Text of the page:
My Interest in ASCN: Mark Connolly
University of Wisconsin–Madison
Wisconsin Center for Education Research
Associate Research Scientist
Prior Organizational Change Work
Since starting as an evaluation researcher in 2000, I have been involved in several NSF-funded activities seeking to instigate large-scale change in undergraduate STEM education; two of the most recent include Mobilizing STEM Education for a Sustainable Future (NSF 0744106) and the Center for the Integration of Research, Teaching, and Learning (NSF 1231286). Since 2008, I have directed the Longitudinal Study of Future STEM Scholars (NSF 0817537); its recent report, Building a Better Future STEM Faculty: How Teaching Development Programs Can Improve Undergraduate Education, offers a model of systemic change that is informed by various theories. Since 2012, I have served as the UW–Madison PI for the Talking about Leaving, Revisited project, which, with funding from the NSF and the Alfred P. Sloan Foundation, is updating the 1997 study by Seymour and Hewitt. A forthcoming book from the project is taking a systemic perspective on the span of factors—from national funding strategies to classroom instructional practices—that influence STEM persistence. As an advisor to numerous studies and projects, I help promote systemic change by linking people and ideas into broader networks.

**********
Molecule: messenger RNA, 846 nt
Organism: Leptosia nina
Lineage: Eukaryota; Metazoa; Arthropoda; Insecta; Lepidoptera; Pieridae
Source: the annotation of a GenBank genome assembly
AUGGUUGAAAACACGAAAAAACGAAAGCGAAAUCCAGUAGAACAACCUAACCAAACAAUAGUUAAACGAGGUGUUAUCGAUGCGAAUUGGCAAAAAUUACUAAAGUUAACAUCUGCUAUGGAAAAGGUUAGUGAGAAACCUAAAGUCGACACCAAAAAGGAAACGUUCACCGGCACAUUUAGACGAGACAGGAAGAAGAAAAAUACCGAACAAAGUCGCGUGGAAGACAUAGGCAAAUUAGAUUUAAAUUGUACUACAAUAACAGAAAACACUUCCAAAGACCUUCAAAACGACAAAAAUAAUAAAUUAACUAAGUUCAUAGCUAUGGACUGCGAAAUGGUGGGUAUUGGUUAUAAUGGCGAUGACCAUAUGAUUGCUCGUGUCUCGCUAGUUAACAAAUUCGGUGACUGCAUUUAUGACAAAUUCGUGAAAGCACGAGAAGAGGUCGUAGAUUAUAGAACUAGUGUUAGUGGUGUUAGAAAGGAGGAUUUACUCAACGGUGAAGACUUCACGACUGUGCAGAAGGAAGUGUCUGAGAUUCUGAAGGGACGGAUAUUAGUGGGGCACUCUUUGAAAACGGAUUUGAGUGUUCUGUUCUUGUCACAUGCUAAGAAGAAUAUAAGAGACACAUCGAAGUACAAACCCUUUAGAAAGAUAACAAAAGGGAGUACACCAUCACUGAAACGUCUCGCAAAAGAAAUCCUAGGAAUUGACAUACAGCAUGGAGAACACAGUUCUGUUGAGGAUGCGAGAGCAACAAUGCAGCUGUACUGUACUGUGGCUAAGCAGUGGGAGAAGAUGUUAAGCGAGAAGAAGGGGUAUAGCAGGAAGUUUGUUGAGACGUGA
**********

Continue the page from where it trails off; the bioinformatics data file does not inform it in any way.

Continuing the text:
How ASCN Can Contribute to my Work
Learning more from the Network about systemic change will improve my studies of undergraduate STEM education as well as their recommendations for how practitioners might apply their findings.
How I Can Contribute to ASCN
As an education researcher, I strive to remain current in ways to apply research on change to efforts to improve undergraduate STEM education. I am currently leading a component study for the Talking about Leaving, Revisited project that uses neo-institutional, cultural, and evolutionary theories to examine how and why undergraduate STEM instruction changed at our six participating institutions between 1995 and 2015. And because the lack of a common schema for conceptualizing and studying STEM college teaching significantly hinders efforts to improve undergraduate STEM education at individual and systemic levels, my research group and I are next working on identifying the dimensions of STEM college teaching and their associated tasks.